Dear grandmother, dear grandfather, dear elderly friends, in concluding this Message to you, I would also like to mention the example of Blessed (and soon Saint) Charles de Foucauld. He lived as a hermit in Algeria and there testified to “his desire to feel himself a brother to all” (Fratelli Tutti, 287). The story of his life shows how it is possible, even in the solitude of one’ s own desert, to intercede for the poor of the whole world and to become, in truth, a universal brother or sister.

I ask the Lord that, also through his example, all of us may open our hearts in sensitivity to the sufferings of the poor and intercede for their needs. May each of us learn to repeat to all, and especially to the young, the words of consolation we have heard spoken to us today: “I am with you always”! Keep moving forward! May the Lord grant you his blessing.

Rome, Saint John Lateran, 31 May 2021

Lord Jesus,
help families and society
to value the presence and role of grandparents.
May they never be ignored or excluded,
but always encounter respect and love.
Help them to live serenely and to feel welcomed
in all the years of life which you give them.
Mary, Mother of all the living,
keep grandparents constantly in your care,
accompany them on their earthly pilgrimage,
and by your prayers, grant that all families
may one day be reunited in our heavenly homeland,
where you await all humanity
for the great embrace of life without end.  Amen!

Part of a prayer written by Pope Benedict in 2008 for the Catholic Grandparents Association

 

Jean’s 10K Summer FunRaiser

Jean Ruston, a parish volunteer from St Michael’s RC parish in Brecon responded to CAFOD’s appeal for individuals to do a summer FunRaiser.

Jean Ruston, our CAFOD representative in Brecon

St Michael’s Catholic Church is one of the most historic churches in the Menevia diocese and is at the heart of the Catholic community of the beautiful market town of Brecon nestling in the spectacular Brecon Beacons. Fr Jimmy Sebastian also serves the beautiful church of St Joseph’s in Hay-on-Wye.

Jean has been a loyal volunteer for many years and said:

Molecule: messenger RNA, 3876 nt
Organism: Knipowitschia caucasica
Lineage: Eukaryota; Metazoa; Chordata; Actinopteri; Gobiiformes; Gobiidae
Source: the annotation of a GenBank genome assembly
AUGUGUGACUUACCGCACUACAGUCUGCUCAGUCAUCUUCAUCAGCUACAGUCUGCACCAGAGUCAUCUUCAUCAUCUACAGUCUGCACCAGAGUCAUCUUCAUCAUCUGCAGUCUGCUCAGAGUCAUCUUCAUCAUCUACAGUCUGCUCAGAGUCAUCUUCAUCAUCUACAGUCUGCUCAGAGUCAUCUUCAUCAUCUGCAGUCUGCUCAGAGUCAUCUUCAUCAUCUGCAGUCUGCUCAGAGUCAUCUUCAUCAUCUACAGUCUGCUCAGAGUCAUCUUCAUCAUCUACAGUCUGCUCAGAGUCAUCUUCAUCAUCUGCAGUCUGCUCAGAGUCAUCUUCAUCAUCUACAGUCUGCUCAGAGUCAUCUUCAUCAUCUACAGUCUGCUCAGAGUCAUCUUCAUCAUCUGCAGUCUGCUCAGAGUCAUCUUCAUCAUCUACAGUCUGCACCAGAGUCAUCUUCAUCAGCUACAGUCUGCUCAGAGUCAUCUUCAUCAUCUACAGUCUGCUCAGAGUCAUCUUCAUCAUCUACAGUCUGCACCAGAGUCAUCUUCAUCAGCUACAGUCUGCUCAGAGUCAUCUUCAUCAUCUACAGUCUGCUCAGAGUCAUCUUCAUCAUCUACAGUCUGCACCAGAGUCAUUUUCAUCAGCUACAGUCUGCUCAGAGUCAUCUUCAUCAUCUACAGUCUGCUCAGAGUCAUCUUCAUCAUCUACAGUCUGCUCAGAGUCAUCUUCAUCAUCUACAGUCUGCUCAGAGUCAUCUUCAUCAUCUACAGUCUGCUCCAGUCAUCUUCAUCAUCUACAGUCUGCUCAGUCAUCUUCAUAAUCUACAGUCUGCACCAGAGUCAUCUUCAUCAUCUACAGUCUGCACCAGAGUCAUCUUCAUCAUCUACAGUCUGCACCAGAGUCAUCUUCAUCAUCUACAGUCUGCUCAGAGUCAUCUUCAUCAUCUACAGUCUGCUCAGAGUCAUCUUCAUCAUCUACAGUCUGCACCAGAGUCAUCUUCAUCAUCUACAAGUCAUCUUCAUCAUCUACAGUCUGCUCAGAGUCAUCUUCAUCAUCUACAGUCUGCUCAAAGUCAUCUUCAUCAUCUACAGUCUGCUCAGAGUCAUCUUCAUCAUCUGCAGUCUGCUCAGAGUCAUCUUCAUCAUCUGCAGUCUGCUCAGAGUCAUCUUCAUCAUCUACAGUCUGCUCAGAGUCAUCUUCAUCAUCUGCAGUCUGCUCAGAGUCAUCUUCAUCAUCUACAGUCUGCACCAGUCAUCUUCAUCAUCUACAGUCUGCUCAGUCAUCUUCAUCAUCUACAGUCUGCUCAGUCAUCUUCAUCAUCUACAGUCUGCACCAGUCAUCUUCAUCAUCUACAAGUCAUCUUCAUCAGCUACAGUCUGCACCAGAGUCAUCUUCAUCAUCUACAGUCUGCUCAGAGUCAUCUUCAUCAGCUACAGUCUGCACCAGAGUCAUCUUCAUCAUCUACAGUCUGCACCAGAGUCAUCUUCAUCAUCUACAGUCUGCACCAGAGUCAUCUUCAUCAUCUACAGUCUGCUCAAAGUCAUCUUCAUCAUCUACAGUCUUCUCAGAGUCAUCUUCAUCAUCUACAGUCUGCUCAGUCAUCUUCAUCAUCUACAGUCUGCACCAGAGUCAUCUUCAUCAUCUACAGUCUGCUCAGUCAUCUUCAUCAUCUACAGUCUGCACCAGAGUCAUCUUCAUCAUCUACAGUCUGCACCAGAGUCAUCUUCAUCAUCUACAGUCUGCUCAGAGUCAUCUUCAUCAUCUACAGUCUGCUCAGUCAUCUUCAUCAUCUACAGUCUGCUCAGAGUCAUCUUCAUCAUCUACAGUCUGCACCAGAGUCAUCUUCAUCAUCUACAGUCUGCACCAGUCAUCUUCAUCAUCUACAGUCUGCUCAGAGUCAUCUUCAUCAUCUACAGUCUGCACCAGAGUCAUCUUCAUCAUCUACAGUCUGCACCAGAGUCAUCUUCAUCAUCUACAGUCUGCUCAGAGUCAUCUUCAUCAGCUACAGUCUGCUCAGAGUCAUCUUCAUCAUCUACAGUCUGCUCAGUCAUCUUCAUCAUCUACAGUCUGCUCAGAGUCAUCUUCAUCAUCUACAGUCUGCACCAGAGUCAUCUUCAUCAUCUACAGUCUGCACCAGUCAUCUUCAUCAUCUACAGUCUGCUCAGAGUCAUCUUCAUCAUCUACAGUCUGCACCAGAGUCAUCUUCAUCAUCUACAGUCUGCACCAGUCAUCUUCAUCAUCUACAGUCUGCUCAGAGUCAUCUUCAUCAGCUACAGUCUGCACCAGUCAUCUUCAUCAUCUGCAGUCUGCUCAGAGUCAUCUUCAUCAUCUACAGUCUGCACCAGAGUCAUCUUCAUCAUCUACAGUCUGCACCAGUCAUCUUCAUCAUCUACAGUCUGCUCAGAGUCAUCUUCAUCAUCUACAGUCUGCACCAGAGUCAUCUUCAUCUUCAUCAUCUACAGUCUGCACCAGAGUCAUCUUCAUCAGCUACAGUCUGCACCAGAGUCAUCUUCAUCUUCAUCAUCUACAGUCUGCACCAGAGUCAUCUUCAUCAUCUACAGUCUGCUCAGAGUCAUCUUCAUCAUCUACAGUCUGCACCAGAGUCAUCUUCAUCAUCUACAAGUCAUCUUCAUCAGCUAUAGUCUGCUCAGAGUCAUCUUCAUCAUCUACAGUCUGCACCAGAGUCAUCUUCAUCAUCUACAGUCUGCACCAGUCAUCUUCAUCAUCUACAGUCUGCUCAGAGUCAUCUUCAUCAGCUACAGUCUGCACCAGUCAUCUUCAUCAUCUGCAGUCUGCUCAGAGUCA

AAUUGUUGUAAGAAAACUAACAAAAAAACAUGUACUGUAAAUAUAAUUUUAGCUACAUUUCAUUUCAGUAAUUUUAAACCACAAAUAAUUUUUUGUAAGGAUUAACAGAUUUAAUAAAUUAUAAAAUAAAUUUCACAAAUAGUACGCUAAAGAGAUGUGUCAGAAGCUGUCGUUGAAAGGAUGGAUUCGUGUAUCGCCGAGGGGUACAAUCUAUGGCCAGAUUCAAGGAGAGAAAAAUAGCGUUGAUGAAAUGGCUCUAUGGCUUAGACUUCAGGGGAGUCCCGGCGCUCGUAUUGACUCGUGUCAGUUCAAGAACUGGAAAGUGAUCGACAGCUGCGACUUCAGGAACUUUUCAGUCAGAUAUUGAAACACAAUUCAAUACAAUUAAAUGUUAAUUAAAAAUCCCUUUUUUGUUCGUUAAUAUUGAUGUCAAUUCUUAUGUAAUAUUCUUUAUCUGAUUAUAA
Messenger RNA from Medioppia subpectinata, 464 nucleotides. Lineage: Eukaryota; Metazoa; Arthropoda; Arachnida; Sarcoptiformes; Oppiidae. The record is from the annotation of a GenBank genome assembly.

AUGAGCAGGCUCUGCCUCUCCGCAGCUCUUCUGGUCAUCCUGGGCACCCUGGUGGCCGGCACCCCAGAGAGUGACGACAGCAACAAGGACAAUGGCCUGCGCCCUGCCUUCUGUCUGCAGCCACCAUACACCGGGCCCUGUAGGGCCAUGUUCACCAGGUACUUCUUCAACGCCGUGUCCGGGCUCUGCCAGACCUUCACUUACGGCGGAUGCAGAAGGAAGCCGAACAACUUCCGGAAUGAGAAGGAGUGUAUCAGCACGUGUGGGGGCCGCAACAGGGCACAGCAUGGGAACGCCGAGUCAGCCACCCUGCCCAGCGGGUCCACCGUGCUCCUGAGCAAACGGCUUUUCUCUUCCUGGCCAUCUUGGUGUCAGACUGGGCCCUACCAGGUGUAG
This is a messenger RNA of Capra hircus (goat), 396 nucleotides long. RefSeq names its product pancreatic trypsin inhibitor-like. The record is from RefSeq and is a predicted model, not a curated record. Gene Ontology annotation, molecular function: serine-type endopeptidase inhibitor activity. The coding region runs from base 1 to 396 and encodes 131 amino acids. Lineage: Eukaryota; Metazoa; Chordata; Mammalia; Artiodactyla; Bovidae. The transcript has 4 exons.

I felt I had not done very much lately to support us (CAFOD) so I saw your Summer Fun idea and I have entered for a 10k race in Cardiff which will be held this Sunday 4th July (after a change of date which I very nearly missed!). Fr. Jimmy is being very supportive and has mentioned the event at Mass and in the Bulletin.

Jean successfully completed her 10K Summer FunRaising challenge on Sunday! If you would like to support her fundraising efforts, just follow the link to her JustGiving page.

Jean at the finish line of her 10K running challenge in Cardiff


Thank you Jean! Think you deserve to put your feet up for some well-earned rest!

Jean with the stunning Brecon Beacons in the background

Parish volunteers, like Jean, are totally invaluable to CAFOD. They help us raise awareness of CAFOD’s global work fighting poverty and social injustice. Jean brings together CAFOD and the parish by promoting Fast Days and our current campaigns and advocating that CAFOD’s efforts are upheld in prayer.

Parish volunteers make the link between the local community and our global work. Helping social justice translate to a local level for parishioners to learn more and to participate.

So how does this help CAFPD?

Without wonderful volunteers like Jean, and many like her across England and Wales, we lose our ability to spread our message locally, which hampers our ability to help the many millions of people in our human family who are living in poverty. You help us to spread faith and hope for a better, dignified and more sustainable future.

Hilary Ruston (left) and Jean Ruston (right) no relation!

UK churches relay to COP26 – Wales tributary began in Swansea on Saturday 3/7

The climate crisis is a reflection, and a cause, of deep injustice in the world. This crisis arises from our abuse of God’s creation, and our broken relationship with our neighbours worldwide who suffer most from its consequences.